Louisville Orchestra master tapes immortalize ensemble’s history

Posted on: March 22, 2010

In Sunday’s (3/21) Courier-Journal (Louisville, Kentucky), Andrew Adler writes, “On the outside, they don’t look like much: rows and rows of narrow cardboard boxes, labeled in black and red marker, occupying shelf space at the University of Louisville School of Music. But inside these boxes, captured on 10-inch reels of half-inch-wide magnetic tape, sits the core artistic legacy of the Louisville Orchestra. Made over the course of several decades, the tapes are the edited master recordings behind the orchestra’s celebrated series of First Edition LPs and CDs. And until recently, orchestra officials didn’t know where to find them. It turns out that the tapes, documenting performances of close to 150 works, had been stored in the New York City home of music producer Andrew Kazdin.” Robert Birman, who began as the orchestra’s chief operating officer in 2008, was made aware of the recordings by former League of American Orchestras President and CEO Henry Fogel. “The raw masters have unique value. … When the orchestra commissioned works from dozens of composers in the 1950s and 1960s—and recorded them—the project brought international attention to Louisville.”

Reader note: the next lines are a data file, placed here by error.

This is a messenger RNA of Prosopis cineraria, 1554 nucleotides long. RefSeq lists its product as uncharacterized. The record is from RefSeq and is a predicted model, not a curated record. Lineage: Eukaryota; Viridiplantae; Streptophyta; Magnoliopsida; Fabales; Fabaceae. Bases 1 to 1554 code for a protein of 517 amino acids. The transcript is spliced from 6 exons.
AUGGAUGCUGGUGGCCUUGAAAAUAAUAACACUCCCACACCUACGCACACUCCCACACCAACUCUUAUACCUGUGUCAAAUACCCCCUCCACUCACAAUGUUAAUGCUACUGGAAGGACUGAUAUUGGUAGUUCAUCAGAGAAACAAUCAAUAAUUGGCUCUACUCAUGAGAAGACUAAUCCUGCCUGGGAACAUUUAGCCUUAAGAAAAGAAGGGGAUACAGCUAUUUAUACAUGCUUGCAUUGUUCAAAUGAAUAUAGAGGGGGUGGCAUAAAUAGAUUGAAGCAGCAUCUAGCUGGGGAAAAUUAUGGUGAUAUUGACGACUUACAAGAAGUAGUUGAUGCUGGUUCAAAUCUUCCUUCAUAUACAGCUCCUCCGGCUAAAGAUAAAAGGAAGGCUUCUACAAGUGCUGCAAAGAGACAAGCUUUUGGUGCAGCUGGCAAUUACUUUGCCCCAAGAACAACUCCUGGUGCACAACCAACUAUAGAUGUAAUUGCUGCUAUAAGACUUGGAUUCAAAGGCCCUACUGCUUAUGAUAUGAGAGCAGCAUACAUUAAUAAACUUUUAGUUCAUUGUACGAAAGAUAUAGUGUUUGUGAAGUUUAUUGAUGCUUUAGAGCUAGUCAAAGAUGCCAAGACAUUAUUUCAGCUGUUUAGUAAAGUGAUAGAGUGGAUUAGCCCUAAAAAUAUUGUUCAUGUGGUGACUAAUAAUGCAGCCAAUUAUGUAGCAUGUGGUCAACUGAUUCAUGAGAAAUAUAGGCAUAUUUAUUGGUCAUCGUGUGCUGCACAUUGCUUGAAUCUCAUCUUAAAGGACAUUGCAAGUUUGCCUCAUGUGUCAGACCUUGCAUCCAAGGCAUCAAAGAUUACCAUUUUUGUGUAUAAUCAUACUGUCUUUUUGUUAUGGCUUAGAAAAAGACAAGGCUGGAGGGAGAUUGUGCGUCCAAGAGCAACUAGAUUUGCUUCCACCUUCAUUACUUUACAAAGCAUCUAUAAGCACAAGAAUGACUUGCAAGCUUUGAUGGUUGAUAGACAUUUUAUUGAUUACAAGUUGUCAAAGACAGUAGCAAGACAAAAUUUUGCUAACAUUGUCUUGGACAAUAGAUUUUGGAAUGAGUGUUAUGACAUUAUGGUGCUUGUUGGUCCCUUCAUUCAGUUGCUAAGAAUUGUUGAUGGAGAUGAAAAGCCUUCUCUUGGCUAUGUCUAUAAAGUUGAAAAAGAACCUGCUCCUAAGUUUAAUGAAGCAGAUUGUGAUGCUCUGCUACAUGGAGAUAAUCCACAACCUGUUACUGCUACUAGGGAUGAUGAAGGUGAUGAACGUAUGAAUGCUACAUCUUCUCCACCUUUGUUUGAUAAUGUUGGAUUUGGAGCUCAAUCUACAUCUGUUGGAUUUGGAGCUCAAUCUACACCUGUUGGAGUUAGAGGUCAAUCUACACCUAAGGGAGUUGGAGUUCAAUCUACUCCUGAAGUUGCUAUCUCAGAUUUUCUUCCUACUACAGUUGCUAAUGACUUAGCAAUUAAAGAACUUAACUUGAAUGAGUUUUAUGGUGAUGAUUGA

Posted March 22, 2010